http://www.abc.net.au/news/201... At least one executive will go to jail.

Britain's Dixons Carphone Discovers Data Breach Affecting 5.9 Million Payment Cards

Posted by BeauHDView on SlashDotShareable Link
Mark Wilson shares a report from BetaNews: Another week, another cyberattack. This time around, it's the Dixons Carphone group which says it has fallen victim to not one but two major breaches. The bank card details of 5.9 million customers have been accessed by hackers in the first breach. In the second, the personal records of 1.2 million people have been exposed. Dixons Carphone says that it is investigating an attack on its card processing system at Currys PC World and Dixons Travel in which there was an attempt to compromise 5.9 million cards. The company stressed that the vast majority -- 5.8 million -- of these cards were protected by chip and PIN, and that the data accessed did not include PINS, CVVs or any other authentication data that could be used to make payments or identify the card owners. The report goes on to mention that 105,000 non-EU issued payment cards, which were not chip and PIN protected, were also affected. The company says it will be contacting those customers affected by the breaches.

Laptops With 128GB of RAM Are Here

Posted by BeauHDView on SlashDotShareable Link
An anonymous reader quotes a report from The Verge: Brace yourself for laptops with 128GB of RAM because they're coming. Today, Lenovo announced its ThinkPad P52, which, along with that massive amount of memory, also features up to 6TB of storage, up to a 4K, 15.6-inch display, an eighth-gen Intel hexacore processor, and an Nvidia Quadro P3200 graphics card. The ThinkPad also includes two Thunderbolt three ports, HDMI 2.0, a mini DisplayPort, three USB Type-A ports, a headphone jack, and an Ethernet port. The company hasn't announced pricing yet, but it's likely going to try to compete with Dell's new 128GB-compatible workstation laptops. The Dell workstation laptops in question are the Precision 7730 and 7530, which are billed as "ready for VR" mobile workstations. According to TechRadar, "These again run with either 8th-gen Intel CPUs or Xeon processors, AMD Radeon WX or Nvidia Quadro graphics, and the potential to specify a whopping 128GB of 3200MHz system memory."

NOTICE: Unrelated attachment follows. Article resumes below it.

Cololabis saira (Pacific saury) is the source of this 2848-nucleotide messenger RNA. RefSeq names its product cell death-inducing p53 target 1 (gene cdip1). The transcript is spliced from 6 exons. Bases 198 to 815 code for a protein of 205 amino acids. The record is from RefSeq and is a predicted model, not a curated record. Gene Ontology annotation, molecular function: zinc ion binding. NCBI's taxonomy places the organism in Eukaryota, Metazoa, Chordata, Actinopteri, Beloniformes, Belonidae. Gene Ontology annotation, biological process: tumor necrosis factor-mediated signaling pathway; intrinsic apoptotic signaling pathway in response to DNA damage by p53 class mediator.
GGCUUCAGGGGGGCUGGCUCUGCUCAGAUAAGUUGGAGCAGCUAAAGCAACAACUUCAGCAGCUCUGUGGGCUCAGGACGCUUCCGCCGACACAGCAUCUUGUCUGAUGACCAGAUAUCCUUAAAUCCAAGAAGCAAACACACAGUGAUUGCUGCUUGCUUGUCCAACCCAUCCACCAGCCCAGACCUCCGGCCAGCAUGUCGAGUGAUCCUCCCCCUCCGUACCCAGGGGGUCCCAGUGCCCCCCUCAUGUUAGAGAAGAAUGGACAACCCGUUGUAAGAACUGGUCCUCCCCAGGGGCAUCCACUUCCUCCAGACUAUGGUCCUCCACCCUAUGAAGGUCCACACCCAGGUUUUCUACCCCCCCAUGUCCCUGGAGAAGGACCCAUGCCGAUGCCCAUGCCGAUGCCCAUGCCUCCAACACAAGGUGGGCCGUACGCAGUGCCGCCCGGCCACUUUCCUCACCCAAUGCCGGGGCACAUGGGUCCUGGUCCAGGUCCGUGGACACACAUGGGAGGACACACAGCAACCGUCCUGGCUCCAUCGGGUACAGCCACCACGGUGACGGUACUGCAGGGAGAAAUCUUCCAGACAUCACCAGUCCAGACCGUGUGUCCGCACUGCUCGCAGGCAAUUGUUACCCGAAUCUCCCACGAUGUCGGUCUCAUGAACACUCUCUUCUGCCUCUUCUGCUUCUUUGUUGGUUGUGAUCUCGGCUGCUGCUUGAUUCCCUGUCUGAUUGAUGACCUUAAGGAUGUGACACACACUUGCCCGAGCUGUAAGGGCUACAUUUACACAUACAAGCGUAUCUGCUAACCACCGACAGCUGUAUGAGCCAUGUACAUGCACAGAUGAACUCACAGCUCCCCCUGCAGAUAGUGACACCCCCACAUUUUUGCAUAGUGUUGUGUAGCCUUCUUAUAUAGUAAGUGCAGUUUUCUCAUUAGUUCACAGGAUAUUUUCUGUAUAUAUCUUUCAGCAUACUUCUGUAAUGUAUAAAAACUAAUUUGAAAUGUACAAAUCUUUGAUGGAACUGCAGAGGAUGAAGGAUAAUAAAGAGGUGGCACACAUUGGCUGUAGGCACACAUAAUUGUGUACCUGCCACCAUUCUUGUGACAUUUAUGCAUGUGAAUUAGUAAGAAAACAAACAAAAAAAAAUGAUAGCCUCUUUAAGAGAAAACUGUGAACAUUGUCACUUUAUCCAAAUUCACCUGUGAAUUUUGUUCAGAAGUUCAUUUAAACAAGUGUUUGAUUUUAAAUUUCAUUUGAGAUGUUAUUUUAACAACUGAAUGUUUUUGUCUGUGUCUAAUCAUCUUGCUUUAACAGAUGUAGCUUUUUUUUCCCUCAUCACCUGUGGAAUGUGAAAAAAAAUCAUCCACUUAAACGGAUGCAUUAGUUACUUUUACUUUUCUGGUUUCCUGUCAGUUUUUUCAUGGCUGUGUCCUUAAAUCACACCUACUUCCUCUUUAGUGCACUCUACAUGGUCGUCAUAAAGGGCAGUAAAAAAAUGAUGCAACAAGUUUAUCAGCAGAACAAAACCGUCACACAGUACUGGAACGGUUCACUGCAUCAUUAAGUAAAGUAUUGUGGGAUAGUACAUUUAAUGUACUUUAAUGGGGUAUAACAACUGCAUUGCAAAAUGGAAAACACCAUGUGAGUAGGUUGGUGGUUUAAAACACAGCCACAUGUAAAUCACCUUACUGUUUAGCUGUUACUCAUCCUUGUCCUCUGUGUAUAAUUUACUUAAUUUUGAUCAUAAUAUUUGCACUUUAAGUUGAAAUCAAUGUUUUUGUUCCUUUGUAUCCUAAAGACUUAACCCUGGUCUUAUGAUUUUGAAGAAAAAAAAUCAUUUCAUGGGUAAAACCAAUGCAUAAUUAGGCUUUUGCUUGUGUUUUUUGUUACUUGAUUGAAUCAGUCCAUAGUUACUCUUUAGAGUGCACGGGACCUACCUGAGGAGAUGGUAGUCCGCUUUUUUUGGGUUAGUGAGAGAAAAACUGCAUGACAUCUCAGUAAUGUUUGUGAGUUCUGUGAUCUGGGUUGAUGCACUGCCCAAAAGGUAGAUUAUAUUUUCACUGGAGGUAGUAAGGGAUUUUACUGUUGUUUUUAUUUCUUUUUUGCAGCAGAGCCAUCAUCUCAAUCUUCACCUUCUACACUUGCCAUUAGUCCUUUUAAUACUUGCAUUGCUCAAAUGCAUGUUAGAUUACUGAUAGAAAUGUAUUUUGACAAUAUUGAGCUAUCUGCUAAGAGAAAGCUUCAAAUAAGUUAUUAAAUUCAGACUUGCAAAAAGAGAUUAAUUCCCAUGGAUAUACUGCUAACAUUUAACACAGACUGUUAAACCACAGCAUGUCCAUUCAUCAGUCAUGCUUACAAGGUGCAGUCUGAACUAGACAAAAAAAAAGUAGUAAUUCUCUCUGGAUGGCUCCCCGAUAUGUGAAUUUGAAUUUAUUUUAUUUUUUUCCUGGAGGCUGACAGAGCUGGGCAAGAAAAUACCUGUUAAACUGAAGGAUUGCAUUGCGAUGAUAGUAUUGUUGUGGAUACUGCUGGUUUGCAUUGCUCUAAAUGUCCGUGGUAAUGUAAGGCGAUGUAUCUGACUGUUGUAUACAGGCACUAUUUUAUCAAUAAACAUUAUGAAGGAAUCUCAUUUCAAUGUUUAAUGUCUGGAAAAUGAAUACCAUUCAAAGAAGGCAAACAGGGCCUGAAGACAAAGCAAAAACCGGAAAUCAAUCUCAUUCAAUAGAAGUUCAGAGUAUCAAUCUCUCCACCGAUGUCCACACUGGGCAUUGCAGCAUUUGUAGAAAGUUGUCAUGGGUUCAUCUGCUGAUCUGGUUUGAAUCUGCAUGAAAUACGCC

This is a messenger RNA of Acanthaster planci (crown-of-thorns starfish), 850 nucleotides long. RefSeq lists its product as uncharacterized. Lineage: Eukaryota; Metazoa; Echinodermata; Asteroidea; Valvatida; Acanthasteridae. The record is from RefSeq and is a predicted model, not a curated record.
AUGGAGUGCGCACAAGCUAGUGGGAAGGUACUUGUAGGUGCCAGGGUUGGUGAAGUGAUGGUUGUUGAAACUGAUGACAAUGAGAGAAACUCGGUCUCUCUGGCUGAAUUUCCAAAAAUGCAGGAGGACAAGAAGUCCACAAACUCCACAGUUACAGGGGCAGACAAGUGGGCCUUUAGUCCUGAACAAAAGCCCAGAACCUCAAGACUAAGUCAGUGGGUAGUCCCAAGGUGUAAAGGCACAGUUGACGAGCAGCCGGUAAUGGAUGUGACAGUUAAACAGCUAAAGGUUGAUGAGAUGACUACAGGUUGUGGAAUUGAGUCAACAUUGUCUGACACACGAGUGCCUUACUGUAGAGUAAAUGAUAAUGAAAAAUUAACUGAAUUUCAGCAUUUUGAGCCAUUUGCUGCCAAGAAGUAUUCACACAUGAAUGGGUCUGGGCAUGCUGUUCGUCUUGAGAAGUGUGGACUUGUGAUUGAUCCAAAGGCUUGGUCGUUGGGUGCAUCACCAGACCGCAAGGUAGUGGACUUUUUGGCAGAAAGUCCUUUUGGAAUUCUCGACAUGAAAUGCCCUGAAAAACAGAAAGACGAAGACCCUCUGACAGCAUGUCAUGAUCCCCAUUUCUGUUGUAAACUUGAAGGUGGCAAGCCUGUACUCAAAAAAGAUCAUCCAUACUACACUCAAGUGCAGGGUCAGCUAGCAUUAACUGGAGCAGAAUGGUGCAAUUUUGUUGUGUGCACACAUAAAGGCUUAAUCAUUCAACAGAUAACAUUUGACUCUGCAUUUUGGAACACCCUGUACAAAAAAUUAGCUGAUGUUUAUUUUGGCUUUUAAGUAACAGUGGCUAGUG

Re:For what use?

By Hadlock • Score: 4, Interesting • Thread

Most developers I know have a single laptop as their primary workstation. We were complaining about the 16GB limit on macbook "pro" laptops in 2015 as the on-premise software appliance we were developing at the time used about 10GB memory, which quickly ballooned to 17GB by mid-2016.
 
The product we were using was also designed to scan other machines, which meant that you would likely have between .2 and 8 VMs running on your local machine to dev/test the entire product.
 
So yes this is absolutely supposed to replace your personal workstation. I do about half my work from home these days, the 2-3 days a week I am in the office I still probably do 4 hours of work at home. Splitting your work between two machines is a real bear. Here we are three years later and the best "professional" macbook offering still only offers 16GB memory, where Lenovo and Dell have been offering 32GB memory in laptops for two+ years now. Will I need 128 GB? No probably not tomorrow but 64GB would be a reasonable ask for someone in my line of work. There's something like half a million software developers in the Bay area, I'm sure more than 5% of them are running in to memory problems at least monthly.

Re:I still like my first computer...

By jez9999 • Score: 5, Funny • Thread

You had flint tools? We just had to imagine the numbers in our heads.

Re:Apple, have courage

By Graymalkin • Score: 5, Insightful • Thread

Just because I need a portable computer, doesn't mean I need to sit at a cafe all day.

Wanting good battery life is not about sitting in a cafe all day. I want a portable computer that I can use places away from my office/desk for long periods of time without hunting for a power outlet. I also want to use my laptop and not have it throttle way down on the battery. It would also really nice for it to be light so it doesn't weigh down my bag.